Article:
Samsung's Second-Generation Galaxy Tab
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Successful products are one part innovation and one part timing. Apple got both halves of the recipe just right with its iPad. Introduced in April 2010, the original iPad was a refreshing take on mobile computing that stripped away the familiar keyboard and incorporated a power-friendly hardware architecture. While the iPad wasn’t particularly slick or slim (compared to today's standards, at least), it benefited from being the first tablet. That's a massive advantage, especially when you take into consideration Apple's understanding that it needed huge developer support right out of the gate. And when tablet-curious buyers ask if a new contender is an iPad 2-killer, then it's clear which company is setting the standard.
Although Google's Android-based tablets are increasingly garnering accolades, it's hard to go head-to-head against Apple while playing a game of catch-up. The first Honeycomb-based tablet (Motorola's Xoom) debuted in early February 2011. That was almost a year after the iPad. Fortunately, Samsung’s Galaxy Tab 10.1 narrows the timetable significantly. It's the first second-generation Android-based tablet, and it follows Apple's second-gen offering by just a few months.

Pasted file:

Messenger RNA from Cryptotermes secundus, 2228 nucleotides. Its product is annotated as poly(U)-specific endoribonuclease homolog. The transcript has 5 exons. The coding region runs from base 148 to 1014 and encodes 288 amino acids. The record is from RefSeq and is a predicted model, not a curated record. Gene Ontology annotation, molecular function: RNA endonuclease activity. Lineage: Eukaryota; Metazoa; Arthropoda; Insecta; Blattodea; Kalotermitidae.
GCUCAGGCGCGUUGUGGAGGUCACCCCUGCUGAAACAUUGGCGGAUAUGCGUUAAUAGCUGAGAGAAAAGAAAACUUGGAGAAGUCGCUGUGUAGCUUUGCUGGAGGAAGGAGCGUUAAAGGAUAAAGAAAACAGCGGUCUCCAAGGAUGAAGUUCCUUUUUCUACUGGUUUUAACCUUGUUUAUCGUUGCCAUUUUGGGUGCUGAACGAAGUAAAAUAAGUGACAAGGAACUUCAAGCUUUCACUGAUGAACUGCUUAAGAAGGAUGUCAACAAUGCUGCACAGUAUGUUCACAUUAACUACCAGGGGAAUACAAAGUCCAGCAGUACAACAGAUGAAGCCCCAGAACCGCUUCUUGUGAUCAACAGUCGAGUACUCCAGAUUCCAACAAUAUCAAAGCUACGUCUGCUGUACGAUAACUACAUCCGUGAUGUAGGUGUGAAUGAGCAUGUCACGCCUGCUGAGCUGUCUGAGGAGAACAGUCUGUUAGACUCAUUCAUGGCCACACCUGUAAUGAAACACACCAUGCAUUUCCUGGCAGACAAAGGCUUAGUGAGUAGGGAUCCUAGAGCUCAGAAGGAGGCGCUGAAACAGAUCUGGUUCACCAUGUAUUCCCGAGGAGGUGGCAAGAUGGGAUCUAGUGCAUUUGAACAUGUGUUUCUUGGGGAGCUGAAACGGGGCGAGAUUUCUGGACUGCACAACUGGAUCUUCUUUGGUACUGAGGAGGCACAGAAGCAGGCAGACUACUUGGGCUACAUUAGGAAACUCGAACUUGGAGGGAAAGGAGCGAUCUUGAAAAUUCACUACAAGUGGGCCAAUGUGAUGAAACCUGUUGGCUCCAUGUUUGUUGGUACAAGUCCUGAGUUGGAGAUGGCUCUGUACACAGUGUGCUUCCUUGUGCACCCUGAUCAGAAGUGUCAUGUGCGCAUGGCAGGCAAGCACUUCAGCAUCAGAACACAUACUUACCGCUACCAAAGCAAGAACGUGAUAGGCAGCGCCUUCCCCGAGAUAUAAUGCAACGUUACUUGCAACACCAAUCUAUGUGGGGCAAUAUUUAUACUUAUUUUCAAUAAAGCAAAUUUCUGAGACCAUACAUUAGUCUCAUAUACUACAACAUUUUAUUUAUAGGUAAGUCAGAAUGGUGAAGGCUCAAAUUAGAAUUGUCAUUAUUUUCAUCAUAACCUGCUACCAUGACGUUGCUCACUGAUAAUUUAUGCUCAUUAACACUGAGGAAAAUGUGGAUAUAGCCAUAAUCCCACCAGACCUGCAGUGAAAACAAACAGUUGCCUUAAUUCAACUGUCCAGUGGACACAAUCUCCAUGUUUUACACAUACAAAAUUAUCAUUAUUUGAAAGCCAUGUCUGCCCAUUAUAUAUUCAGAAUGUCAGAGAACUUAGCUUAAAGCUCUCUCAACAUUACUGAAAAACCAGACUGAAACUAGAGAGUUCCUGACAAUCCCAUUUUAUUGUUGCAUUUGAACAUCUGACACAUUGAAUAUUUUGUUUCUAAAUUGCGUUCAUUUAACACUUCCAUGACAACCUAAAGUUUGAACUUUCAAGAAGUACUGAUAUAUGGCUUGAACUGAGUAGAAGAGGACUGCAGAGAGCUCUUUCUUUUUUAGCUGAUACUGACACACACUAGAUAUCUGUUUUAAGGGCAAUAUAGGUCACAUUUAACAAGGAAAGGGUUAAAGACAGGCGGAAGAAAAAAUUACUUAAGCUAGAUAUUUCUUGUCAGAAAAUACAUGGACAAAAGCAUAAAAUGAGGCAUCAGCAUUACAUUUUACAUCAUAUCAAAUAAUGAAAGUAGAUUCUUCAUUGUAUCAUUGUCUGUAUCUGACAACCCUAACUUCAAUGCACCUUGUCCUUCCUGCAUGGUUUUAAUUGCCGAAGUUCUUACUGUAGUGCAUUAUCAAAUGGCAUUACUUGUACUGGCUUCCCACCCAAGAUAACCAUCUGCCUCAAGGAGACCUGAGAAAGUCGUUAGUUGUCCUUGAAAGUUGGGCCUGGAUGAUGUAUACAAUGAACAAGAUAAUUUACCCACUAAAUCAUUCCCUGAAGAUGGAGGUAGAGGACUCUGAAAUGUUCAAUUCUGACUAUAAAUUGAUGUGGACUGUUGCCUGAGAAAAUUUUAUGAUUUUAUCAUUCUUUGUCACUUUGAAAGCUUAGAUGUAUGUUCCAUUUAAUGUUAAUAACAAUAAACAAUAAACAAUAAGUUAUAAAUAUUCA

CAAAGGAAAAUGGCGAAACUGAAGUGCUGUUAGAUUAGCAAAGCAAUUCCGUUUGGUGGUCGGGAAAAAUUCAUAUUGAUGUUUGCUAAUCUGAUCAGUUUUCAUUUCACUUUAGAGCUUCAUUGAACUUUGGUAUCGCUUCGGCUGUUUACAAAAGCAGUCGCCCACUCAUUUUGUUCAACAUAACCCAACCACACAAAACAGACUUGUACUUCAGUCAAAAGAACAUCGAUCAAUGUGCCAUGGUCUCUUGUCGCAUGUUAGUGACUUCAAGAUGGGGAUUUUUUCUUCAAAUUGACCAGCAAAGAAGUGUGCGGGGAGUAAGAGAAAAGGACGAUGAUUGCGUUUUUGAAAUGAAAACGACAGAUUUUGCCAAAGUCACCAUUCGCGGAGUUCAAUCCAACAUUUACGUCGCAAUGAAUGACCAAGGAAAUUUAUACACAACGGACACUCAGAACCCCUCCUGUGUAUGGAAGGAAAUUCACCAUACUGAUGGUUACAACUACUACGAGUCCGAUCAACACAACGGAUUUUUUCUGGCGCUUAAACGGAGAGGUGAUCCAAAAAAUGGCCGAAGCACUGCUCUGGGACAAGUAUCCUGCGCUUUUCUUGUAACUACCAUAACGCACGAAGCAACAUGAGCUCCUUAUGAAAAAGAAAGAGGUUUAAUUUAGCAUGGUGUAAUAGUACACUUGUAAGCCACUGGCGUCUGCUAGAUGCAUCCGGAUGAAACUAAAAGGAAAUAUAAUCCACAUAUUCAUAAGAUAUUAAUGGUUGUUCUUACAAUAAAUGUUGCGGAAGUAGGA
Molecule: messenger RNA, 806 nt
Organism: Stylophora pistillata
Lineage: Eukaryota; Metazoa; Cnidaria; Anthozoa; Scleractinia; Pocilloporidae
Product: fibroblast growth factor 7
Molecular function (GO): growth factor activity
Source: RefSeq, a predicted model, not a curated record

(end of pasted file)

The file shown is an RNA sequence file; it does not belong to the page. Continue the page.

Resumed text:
Tablets released prior to the Xoom didn't really compete in a meaningful way against Apple's solution. All of them, including Samsung's Galaxy Tab, used Gingerbread (Android 2.3), which Google intended for use on smartphones. Honeycomb (Android 3.0) is a completely different beast because it was created with tablets in mind.
But while Google offers a true tablet experience with its Android 3.0 operating system, it doesn't make its own tablets. Instead, it relies on hardware vendors that use its software on their own interpretations of what a tablet should be. And up until now, that hardware has come across as less refined than what Apple offers. That’s not completely fair, though. Tablets like the Xoom, Iconia A500, and Eee Pad Transformer represent first-generation Android-based tablets, which is why they're more accurately compared to the original iPad.
Plenty of time has passed, though, and the hardware is finally catching up to the software. Samsung has the first second-generation Honeycomb-based tablet in its Galaxy Tab 10.1, and it's one of the best mobile devices we've seen thus far (and that's even compared to the iPad 2). What makes this implementation different? How did Samsung turn thing around? We're putting this tablet through our usual gauntlet of poking and prodding, bringing you the answers.